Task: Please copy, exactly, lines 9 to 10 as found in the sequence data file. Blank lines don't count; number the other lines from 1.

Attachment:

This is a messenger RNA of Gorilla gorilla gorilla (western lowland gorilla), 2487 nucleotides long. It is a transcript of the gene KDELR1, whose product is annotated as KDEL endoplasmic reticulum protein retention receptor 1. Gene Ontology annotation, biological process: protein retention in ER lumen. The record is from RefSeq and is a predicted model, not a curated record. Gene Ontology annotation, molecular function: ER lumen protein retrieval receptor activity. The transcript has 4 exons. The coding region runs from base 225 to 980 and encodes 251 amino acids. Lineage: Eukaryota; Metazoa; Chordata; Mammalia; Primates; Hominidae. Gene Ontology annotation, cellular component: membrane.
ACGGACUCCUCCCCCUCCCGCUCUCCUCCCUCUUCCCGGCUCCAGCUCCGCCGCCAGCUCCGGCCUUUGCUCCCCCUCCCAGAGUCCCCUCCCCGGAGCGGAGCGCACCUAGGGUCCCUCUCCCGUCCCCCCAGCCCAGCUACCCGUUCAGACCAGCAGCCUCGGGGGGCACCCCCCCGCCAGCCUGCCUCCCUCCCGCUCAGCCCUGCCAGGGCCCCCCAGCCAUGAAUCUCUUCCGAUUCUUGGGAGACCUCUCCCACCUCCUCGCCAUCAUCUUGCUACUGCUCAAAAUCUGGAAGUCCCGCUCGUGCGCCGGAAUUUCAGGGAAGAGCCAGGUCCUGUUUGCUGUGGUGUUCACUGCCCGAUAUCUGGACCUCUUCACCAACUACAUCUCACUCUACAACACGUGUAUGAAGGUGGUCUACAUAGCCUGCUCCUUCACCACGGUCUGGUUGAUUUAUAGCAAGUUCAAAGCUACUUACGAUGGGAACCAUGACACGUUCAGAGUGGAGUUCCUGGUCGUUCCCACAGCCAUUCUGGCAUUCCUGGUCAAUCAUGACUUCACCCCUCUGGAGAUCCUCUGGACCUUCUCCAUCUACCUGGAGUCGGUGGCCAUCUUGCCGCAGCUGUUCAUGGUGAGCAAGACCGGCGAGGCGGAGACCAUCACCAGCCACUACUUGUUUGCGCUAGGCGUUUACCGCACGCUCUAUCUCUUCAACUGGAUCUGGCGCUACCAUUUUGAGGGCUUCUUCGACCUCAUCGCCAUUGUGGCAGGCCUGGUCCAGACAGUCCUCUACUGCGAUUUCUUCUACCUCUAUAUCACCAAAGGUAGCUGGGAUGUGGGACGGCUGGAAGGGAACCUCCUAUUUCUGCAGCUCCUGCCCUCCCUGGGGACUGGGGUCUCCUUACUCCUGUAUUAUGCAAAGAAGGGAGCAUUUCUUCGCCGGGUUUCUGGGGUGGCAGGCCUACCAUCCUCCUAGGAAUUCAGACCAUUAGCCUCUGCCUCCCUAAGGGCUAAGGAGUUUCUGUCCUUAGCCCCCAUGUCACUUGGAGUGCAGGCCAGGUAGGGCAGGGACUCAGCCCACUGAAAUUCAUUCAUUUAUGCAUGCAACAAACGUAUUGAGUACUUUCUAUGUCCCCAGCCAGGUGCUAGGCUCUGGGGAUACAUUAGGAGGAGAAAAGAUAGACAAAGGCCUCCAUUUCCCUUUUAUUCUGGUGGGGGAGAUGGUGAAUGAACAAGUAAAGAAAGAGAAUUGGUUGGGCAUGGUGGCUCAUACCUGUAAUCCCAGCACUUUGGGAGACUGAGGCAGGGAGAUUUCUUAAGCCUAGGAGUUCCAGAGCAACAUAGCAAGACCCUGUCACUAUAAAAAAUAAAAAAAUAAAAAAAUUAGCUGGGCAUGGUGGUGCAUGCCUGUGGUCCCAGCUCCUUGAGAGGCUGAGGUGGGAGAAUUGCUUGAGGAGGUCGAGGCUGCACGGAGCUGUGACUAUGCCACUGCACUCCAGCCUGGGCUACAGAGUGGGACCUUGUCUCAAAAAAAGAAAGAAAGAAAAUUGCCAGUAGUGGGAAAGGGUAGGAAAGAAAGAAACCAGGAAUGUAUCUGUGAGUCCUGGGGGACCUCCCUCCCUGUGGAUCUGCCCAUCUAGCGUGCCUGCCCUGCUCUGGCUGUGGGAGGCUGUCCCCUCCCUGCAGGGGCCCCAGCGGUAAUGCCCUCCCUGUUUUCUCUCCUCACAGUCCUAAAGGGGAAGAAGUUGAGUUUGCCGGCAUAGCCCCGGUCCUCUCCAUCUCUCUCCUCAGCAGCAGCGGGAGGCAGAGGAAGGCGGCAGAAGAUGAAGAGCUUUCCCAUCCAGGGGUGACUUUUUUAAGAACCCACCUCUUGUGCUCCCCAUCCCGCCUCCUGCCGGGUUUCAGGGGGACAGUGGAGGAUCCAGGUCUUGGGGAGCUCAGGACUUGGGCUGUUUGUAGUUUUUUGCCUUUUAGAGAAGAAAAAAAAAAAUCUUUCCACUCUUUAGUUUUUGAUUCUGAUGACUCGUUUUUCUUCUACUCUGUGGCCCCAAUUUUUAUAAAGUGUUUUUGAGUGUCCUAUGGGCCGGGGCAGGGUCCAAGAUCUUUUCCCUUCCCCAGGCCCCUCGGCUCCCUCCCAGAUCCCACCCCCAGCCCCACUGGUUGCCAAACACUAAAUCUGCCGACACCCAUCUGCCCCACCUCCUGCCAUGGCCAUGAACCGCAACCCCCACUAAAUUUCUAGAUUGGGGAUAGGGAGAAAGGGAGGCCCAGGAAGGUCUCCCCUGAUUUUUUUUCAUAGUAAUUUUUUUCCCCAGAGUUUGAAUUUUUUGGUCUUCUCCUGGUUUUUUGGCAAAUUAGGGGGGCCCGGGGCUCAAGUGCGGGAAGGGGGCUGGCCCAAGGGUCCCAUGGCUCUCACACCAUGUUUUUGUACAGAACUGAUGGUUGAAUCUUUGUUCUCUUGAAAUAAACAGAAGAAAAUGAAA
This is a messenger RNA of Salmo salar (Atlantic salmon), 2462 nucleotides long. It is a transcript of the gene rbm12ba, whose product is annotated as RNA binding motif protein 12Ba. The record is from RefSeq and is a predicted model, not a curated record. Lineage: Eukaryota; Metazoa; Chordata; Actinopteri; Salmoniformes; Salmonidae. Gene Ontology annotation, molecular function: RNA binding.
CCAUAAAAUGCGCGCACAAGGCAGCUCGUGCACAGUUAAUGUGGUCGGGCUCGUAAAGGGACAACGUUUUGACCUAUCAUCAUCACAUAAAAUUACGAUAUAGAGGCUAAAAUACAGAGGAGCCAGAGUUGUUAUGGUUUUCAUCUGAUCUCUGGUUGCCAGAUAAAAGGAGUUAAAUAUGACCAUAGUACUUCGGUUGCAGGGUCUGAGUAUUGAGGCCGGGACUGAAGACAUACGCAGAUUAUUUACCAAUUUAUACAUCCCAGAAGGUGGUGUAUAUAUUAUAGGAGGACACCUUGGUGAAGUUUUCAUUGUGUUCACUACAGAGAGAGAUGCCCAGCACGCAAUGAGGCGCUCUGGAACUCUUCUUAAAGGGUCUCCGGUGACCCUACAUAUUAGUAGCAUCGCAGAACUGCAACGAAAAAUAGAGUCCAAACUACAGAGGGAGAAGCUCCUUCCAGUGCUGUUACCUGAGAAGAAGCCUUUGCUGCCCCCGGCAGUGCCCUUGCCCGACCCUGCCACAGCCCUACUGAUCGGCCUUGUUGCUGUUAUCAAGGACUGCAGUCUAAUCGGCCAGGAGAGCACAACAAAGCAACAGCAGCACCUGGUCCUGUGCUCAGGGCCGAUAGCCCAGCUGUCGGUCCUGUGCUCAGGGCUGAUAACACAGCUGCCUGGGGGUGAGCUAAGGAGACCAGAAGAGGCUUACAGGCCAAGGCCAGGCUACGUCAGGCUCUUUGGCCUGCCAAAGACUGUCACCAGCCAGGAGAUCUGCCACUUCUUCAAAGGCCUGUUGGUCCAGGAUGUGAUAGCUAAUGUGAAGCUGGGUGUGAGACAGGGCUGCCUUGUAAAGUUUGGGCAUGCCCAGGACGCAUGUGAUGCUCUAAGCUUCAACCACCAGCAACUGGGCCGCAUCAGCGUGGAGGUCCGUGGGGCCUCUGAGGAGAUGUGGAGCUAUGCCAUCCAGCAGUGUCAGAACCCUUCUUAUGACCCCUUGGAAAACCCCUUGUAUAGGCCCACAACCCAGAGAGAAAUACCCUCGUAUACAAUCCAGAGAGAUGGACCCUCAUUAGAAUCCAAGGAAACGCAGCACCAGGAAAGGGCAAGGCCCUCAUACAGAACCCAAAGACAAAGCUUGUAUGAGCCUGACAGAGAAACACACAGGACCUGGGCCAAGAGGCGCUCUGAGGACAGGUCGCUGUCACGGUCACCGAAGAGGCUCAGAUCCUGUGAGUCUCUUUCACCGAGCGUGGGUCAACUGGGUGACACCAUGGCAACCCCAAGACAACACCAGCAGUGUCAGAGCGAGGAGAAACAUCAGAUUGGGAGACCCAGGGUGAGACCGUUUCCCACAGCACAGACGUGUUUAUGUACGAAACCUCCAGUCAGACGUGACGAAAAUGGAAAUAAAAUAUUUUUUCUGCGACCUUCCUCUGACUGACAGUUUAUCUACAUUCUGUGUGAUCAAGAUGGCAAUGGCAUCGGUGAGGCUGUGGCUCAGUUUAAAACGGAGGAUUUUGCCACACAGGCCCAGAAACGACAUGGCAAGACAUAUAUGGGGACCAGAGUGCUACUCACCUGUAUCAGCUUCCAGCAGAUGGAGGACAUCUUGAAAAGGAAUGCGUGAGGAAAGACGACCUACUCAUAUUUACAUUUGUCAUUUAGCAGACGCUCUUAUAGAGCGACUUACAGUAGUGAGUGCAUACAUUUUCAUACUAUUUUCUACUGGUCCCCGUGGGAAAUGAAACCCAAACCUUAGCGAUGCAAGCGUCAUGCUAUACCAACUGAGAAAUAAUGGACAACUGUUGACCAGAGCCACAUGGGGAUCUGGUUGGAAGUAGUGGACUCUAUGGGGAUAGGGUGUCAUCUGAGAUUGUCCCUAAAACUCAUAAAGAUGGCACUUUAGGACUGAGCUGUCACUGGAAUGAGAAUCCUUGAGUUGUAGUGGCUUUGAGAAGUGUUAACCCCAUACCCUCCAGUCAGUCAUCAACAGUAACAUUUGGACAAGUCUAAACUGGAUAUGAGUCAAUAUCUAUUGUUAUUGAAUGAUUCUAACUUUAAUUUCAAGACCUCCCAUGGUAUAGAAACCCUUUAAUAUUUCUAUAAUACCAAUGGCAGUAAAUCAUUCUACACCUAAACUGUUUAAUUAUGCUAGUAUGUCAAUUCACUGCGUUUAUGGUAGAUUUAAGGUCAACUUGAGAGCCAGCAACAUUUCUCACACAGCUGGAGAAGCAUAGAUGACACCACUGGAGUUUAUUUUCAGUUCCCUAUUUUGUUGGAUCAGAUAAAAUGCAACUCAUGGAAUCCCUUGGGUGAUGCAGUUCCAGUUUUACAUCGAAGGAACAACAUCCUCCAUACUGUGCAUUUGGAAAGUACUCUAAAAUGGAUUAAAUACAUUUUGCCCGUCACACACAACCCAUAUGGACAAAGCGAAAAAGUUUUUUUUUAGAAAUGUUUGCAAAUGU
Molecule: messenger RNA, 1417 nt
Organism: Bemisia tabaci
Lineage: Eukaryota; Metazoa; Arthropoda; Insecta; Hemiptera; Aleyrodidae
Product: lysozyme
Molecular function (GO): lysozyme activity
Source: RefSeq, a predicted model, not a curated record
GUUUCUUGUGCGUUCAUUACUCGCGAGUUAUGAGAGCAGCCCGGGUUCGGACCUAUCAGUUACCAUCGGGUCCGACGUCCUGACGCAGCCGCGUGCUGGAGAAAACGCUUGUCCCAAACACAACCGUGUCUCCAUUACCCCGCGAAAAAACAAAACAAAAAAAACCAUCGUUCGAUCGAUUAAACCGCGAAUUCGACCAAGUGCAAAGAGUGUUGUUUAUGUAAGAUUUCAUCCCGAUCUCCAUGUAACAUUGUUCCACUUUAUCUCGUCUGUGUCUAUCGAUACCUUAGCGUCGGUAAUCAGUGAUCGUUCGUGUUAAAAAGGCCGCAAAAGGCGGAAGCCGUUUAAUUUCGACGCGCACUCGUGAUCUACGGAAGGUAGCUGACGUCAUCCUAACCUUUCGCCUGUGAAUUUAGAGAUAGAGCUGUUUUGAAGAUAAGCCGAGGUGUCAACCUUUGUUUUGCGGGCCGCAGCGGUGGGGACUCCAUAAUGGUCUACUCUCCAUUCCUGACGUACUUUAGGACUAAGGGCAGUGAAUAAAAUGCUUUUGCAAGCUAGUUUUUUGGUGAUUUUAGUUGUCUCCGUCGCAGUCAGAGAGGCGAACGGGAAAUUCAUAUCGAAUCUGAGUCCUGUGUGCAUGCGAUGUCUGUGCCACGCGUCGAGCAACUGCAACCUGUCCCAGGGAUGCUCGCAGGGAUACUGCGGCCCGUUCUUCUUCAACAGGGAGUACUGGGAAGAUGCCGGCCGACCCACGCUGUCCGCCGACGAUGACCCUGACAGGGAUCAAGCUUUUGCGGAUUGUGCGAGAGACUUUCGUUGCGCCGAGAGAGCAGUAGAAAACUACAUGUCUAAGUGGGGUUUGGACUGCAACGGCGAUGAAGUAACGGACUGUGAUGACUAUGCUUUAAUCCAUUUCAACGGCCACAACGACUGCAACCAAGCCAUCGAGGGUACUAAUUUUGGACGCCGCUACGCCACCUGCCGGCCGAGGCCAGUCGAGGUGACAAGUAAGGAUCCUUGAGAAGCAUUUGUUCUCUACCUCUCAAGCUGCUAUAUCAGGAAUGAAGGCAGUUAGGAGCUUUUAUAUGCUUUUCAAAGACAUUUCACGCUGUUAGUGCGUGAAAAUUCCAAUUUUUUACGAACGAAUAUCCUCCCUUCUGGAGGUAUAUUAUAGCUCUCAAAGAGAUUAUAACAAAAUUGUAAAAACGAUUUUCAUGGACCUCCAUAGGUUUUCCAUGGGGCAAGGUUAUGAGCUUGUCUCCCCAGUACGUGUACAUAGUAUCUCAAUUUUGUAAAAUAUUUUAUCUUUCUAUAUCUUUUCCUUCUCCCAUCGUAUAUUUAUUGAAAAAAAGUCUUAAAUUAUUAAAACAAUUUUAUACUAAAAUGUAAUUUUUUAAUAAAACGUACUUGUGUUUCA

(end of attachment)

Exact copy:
Molecular function (GO): lysozyme activity
Source: RefSeq, a predicted model, not a curated record